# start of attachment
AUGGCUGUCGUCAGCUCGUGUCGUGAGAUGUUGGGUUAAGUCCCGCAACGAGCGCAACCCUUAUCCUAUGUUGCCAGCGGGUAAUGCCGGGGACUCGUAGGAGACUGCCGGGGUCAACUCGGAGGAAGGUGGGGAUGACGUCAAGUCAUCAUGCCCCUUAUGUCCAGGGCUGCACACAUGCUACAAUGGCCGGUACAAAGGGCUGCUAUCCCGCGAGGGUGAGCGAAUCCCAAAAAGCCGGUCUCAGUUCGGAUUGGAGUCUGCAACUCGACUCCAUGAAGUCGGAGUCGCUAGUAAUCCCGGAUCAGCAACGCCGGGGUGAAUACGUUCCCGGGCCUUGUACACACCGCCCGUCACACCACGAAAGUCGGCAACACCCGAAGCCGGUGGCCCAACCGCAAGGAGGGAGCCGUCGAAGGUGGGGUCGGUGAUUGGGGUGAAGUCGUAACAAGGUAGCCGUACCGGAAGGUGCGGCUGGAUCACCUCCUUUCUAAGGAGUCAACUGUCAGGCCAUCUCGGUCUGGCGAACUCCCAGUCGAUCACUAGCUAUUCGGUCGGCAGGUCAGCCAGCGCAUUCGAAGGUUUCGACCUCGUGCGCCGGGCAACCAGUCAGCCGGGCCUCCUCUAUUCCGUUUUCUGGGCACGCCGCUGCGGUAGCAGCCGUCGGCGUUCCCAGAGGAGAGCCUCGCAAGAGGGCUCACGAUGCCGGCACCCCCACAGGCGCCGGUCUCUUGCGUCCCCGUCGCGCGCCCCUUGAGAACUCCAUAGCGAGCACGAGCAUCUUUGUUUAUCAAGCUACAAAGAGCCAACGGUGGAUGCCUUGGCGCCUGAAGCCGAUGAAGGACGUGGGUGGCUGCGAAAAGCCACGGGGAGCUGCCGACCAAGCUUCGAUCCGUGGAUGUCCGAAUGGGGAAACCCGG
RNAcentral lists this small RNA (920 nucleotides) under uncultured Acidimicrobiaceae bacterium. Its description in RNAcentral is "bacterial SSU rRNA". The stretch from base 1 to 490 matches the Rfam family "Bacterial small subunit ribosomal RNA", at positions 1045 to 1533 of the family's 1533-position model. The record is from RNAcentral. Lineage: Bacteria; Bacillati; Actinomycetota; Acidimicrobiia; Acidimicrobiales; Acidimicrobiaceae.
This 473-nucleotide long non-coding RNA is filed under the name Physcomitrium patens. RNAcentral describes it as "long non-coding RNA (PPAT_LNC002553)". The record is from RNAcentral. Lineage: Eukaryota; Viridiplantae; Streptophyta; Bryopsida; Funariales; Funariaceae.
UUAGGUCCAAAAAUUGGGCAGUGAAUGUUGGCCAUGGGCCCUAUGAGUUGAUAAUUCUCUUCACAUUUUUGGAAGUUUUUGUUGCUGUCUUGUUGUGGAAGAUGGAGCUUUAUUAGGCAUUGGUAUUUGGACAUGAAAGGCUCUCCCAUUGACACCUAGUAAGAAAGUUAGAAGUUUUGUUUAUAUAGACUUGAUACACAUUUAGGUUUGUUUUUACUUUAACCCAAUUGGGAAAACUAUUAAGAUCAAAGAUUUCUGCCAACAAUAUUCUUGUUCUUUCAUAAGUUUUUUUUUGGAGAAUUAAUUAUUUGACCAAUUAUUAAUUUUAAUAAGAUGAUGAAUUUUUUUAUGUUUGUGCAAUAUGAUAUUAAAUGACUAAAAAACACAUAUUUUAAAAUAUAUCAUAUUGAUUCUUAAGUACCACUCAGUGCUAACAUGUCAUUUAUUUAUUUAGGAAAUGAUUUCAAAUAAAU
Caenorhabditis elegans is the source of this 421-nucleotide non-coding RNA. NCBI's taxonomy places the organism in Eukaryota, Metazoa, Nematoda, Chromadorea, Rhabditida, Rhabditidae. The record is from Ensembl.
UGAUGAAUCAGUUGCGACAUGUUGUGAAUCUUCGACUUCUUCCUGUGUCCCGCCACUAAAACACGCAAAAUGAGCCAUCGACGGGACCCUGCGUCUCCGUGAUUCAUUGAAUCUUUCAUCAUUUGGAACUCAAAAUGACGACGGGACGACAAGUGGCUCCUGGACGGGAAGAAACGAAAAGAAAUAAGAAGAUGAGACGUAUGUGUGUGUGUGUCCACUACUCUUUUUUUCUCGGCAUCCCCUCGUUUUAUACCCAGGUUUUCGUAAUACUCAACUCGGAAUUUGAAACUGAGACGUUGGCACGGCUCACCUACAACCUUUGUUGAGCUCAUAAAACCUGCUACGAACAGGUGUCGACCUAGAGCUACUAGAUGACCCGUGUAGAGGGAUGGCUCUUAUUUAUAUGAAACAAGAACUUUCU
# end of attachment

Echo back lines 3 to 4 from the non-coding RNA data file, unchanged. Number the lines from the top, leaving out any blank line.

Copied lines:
This 473-nucleotide long non-coding RNA is filed under the name Physcomitrium patens. RNAcentral describes it as "long non-coding RNA (PPAT_LNC002553)". The record is from RNAcentral. Lineage: Eukaryota; Viridiplantae; Streptophyta; Bryopsida; Funariales; Funariaceae.
UUAGGUCCAAAAAUUGGGCAGUGAAUGUUGGCCAUGGGCCCUAUGAGUUGAUAAUUCUCUUCACAUUUUUGGAAGUUUUUGUUGCUGUCUUGUUGUGGAAGAUGGAGCUUUAUUAGGCAUUGGUAUUUGGACAUGAAAGGCUCUCCCAUUGACACCUAGUAAGAAAGUUAGAAGUUUUGUUUAUAUAGACUUGAUACACAUUUAGGUUUGUUUUUACUUUAACCCAAUUGGGAAAACUAUUAAGAUCAAAGAUUUCUGCCAACAAUAUUCUUGUUCUUUCAUAAGUUUUUUUUUGGAGAAUUAAUUAUUUGACCAAUUAUUAAUUUUAAUAAGAUGAUGAAUUUUUUUAUGUUUGUGCAAUAUGAUAUUAAAUGACUAAAAAACACAUAUUUUAAAAUAUAUCAUAUUGAUUCUUAAGUACCACUCAGUGCUAACAUGUCAUUUAUUUAUUUAGGAAAUGAUUUCAAAUAAAU